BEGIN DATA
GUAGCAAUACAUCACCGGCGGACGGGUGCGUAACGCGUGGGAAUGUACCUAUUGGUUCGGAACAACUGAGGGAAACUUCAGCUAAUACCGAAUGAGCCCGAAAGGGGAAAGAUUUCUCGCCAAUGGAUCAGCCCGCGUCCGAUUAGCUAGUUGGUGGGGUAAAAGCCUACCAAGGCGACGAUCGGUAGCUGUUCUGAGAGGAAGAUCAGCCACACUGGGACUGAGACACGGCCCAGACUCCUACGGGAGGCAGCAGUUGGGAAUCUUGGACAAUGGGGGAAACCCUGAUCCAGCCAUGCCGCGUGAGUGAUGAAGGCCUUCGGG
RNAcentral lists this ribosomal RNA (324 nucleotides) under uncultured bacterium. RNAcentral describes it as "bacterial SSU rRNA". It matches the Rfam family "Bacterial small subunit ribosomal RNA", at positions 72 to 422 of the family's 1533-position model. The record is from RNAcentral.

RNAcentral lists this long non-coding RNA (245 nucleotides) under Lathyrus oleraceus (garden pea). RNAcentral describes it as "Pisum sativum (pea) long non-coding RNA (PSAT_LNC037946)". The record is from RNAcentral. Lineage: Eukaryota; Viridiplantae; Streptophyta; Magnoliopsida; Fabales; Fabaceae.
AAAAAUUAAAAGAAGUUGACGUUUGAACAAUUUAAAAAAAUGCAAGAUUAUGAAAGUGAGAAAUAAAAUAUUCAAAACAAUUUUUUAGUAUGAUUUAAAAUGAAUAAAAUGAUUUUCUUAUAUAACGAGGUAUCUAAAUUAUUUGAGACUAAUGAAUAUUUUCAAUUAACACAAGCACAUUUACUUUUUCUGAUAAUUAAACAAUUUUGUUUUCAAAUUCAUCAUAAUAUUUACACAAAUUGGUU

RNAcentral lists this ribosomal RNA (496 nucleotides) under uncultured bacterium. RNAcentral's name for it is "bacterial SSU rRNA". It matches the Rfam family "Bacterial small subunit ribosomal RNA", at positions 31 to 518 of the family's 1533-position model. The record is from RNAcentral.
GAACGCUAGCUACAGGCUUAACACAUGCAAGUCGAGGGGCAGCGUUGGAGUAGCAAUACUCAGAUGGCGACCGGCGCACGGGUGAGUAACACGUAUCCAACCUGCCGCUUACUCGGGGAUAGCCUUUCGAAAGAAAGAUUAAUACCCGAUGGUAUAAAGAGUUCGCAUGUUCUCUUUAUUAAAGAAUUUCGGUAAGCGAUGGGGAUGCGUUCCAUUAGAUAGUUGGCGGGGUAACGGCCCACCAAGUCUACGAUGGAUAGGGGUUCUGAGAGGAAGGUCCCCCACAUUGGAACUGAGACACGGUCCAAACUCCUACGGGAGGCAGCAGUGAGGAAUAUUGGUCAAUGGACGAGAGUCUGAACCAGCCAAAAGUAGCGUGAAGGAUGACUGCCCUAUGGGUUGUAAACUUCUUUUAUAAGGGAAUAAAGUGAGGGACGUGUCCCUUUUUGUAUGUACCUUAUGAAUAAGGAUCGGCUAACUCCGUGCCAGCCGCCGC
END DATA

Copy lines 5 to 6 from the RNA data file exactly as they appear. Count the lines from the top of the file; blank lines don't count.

RNAcentral lists this ribosomal RNA (496 nucleotides) under uncultured bacterium. RNAcentral's name for it is "bacterial SSU rRNA". It matches the Rfam family "Bacterial small subunit ribosomal RNA", at positions 31 to 518 of the family's 1533-position model. The record is from RNAcentral.
GAACGCUAGCUACAGGCUUAACACAUGCAAGUCGAGGGGCAGCGUUGGAGUAGCAAUACUCAGAUGGCGACCGGCGCACGGGUGAGUAACACGUAUCCAACCUGCCGCUUACUCGGGGAUAGCCUUUCGAAAGAAAGAUUAAUACCCGAUGGUAUAAAGAGUUCGCAUGUUCUCUUUAUUAAAGAAUUUCGGUAAGCGAUGGGGAUGCGUUCCAUUAGAUAGUUGGCGGGGUAACGGCCCACCAAGUCUACGAUGGAUAGGGGUUCUGAGAGGAAGGUCCCCCACAUUGGAACUGAGACACGGUCCAAACUCCUACGGGAGGCAGCAGUGAGGAAUAUUGGUCAAUGGACGAGAGUCUGAACCAGCCAAAAGUAGCGUGAAGGAUGACUGCCCUAUGGGUUGUAAACUUCUUUUAUAAGGGAAUAAAGUGAGGGACGUGUCCCUUUUUGUAUGUACCUUAUGAAUAAGGAUCGGCUAACUCCGUGCCAGCCGCCGC